Okay, let’s just get this right out in the open, before you ever think of moving to Seattle:
From time to time, you’re going to be driving up Fifth Avenue in downtown or along Denney Way and you’re going to see…EMP.
Don’t panic. It’s just a building. We haven’t been invaded by aliens and that not a lava vent. And don’t freak out and yank the battery out of your smartphone, as it doesn’t stand for Electro-Magnetic Pulse, either. It’s the Experience Music Project and it’s been around, now, for sixteen years, hunkered down there on the corner of 5th and Thomas, right smack in the path of the Seattle monorail, which actually goes through the building. It is true, of course, that being right next to the Space Needle, the impact of EMP may be muted a bit because of the Needle’s iconic spell but, sitting anywhere else…well, there have been reports of, uh, overserved individuals catching sight of it and running the other way.
The Experience Music Project, as you probably already know, is the brainchild of Microsoft founder and billionaire owner of the Seattle Seahawks and Portland Trailblazers, Paul Allen, who commissioned the construction of the site in the late 1990s, and hired eccentric architectural genius, Frank Gehry, to design it, offering only the instruction that he wanted a building that “looks ‘swoopy’, like Jimi Hendrix’s music sounds”. Mission Accomplished. For those of us who loved Hendrix, EMP is a visual evocation of the exact aural landscape of the guitar solo from “Voodoo Chile”, the main tune that Gehry admitted to using as inspiration. Gehry bought a half dozen or so electric guitars and cut them up into their constituent shapes, recombining them to start a basic sketch of what the building would eventually be. His devotion to Allen’s ideal led him to design a structure that, inside, is as awe-inspiring and soaring as any cathedral and whose spaces suggest the human body, flowers, animal shapes, and nearly anything other than any of the standard forms for a public building. Over its decade and a half history, EMP has become alternately one of the most admired, photographed, and visited buildings in the US, as well as one of the most reviled. Locals are divided just about 50/50 on “Love It!” or “Hate It!” Detractors complain that it has no continuity with its surroundings (and, indeed, where would it be in harmony with its surroundings, unless Mars was suddenly colonized?) and represents the triumph of money and position over civic pride. Those folks have found opposition hard going, as Paul Allen loves the place and paid for every rivet used in making it.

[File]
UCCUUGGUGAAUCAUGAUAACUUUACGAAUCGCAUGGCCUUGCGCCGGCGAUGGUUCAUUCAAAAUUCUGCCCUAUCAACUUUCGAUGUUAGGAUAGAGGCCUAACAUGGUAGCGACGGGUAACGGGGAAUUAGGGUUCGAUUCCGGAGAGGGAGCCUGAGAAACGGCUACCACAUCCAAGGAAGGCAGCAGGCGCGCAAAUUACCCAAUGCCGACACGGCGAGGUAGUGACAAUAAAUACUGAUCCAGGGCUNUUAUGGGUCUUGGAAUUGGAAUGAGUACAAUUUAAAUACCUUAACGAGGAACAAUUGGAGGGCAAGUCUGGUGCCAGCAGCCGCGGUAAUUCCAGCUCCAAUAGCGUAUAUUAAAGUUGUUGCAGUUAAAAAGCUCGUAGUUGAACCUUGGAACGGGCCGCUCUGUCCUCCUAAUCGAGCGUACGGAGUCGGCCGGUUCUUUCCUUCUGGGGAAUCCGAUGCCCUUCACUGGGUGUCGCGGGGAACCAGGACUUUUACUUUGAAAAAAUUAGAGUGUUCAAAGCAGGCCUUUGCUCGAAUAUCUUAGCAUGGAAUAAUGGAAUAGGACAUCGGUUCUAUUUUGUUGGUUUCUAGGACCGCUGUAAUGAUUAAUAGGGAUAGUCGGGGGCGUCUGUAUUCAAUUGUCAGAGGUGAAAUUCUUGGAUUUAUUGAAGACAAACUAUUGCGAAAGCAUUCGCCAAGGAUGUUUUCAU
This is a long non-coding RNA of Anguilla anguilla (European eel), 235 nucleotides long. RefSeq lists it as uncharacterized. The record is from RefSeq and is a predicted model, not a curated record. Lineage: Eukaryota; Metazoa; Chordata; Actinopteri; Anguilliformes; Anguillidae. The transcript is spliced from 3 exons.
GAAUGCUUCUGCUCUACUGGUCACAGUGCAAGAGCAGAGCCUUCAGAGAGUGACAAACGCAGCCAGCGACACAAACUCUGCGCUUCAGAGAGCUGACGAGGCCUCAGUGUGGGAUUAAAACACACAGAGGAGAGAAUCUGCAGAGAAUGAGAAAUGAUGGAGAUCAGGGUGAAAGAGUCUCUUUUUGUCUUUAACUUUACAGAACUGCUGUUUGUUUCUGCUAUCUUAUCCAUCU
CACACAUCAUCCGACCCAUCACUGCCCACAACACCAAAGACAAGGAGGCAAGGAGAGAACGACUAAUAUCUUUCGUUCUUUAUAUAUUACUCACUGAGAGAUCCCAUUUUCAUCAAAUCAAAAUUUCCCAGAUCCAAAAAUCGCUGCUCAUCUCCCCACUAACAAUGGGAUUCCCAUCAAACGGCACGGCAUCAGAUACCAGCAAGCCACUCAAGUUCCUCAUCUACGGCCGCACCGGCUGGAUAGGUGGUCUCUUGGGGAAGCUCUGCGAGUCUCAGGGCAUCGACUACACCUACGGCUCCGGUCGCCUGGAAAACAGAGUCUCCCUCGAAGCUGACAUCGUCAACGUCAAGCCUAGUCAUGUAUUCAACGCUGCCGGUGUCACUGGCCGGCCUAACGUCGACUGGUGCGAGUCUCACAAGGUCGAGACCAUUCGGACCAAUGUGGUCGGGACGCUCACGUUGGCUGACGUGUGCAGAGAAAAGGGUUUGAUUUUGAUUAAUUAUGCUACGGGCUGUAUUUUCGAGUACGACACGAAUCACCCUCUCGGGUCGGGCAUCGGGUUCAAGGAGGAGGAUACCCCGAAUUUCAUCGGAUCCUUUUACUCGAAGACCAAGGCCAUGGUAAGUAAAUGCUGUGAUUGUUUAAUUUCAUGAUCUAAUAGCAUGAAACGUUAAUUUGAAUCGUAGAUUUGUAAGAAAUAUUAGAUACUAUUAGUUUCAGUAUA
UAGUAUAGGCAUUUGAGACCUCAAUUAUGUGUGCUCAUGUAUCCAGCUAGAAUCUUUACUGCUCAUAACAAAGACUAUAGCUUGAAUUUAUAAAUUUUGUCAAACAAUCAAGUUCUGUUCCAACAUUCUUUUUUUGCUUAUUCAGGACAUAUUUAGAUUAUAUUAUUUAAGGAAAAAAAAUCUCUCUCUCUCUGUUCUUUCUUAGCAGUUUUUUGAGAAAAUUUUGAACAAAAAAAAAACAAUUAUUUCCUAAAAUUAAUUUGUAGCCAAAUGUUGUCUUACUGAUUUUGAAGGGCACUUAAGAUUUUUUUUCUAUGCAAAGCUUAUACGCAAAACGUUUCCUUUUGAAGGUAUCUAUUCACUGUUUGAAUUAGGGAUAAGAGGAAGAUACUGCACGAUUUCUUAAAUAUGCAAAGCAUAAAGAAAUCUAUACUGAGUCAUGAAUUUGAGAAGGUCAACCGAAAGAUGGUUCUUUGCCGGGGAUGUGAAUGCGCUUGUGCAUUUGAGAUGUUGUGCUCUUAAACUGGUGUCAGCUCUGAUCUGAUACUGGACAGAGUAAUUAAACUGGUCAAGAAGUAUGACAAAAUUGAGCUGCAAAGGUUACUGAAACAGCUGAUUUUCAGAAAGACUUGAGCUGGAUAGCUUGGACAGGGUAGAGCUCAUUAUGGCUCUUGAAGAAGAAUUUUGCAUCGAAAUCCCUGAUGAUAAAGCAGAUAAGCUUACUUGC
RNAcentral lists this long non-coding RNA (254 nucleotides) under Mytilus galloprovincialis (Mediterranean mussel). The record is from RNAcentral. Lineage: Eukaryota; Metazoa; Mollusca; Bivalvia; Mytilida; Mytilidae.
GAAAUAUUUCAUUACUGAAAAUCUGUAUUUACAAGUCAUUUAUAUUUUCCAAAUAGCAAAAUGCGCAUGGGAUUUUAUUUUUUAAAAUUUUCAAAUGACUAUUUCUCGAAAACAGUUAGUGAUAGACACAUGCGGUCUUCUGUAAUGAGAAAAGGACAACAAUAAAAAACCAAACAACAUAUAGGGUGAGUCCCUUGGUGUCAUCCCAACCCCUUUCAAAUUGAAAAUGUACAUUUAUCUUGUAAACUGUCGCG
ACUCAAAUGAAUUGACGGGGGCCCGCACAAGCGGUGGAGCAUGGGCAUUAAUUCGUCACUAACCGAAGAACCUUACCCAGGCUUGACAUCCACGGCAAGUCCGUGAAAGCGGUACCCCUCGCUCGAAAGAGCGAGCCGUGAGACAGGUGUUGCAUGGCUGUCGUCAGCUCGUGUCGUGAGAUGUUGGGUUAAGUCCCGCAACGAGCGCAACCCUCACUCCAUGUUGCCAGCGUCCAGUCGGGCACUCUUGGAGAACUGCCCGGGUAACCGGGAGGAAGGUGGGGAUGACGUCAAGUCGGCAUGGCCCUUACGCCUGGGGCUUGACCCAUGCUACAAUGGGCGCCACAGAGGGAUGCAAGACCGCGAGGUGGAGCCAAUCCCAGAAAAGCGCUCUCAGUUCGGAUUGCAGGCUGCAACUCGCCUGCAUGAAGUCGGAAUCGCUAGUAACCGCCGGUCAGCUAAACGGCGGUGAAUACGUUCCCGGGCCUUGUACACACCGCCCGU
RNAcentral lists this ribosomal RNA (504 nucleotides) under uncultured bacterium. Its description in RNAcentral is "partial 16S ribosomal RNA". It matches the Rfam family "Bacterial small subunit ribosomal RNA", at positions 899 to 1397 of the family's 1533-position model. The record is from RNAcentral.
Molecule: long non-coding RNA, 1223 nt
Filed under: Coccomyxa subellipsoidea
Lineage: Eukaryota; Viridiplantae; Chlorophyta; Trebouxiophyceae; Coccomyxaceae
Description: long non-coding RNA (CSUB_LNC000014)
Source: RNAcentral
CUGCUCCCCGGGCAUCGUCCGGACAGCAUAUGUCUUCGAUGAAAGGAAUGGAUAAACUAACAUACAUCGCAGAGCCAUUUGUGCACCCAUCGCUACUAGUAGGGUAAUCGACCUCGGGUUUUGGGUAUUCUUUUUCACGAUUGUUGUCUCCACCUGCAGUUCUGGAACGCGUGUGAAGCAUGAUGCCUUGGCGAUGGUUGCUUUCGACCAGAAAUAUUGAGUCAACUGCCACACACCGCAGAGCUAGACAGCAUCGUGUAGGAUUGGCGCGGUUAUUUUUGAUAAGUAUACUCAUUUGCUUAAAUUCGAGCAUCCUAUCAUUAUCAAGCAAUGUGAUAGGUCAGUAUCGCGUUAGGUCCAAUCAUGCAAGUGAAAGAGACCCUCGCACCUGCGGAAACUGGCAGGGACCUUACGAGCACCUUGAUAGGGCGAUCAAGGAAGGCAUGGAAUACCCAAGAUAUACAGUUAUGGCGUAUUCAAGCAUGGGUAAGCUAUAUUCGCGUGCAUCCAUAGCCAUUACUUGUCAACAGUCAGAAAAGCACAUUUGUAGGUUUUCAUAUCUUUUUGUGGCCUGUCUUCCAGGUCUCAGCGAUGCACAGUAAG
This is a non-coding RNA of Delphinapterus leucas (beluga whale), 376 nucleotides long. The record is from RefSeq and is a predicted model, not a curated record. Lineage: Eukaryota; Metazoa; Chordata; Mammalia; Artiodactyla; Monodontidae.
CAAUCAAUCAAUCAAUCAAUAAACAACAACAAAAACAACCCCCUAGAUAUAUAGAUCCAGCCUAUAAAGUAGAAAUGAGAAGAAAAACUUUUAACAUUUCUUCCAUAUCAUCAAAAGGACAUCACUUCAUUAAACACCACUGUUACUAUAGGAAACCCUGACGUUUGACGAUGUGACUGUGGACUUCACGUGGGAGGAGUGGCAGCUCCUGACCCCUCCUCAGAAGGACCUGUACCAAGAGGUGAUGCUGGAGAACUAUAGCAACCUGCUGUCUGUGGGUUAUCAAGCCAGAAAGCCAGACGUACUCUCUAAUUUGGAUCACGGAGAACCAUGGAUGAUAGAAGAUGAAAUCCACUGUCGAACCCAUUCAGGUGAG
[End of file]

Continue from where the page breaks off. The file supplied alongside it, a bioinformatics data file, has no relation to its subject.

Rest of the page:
Those of us who love EMP embrace its forthright weirdness and sensual shapes as an island of architectural freshness in a sea of urban American sameness, while celebrating its mission to commemorate modern rock music and culture. Concerts in the building’s towering concert venue, Sky Church, are among the most electric and involving music experiences to be found anywhere on the planet, with a 360-degree environment that’s filled with state-of-the-art technological equipment, both audial and visual, that envelopes audience and performers in a total music experience. The dozens of nooks and crannies and exhibit halls are crammed with memorabilia and mementos from rock musicians of all eras, with one gallery devoted exclusively to Hendrix. Hand-on exhibits allow visitors to find out what it’s like to sing and play in an actual recording studio and there’s even an on-site restaurant, The POP Kitchen and Bar, along with a gift shop that’s as well-stocked as most stand-alone record shops.
For those who are avid fans of both rock music and architecture, an afternoon at EMP is a genuine Must See when visiting Seattle and a Must See Frequently for those of us fortunate enough to live here.
Author:Ky DeWald Phone: 206-409-3570 Dated: July 22nd 2016 Views: 402 About Ky: With a decade of experience, Ky’s background in mortgage, finance, project management, negotiation...
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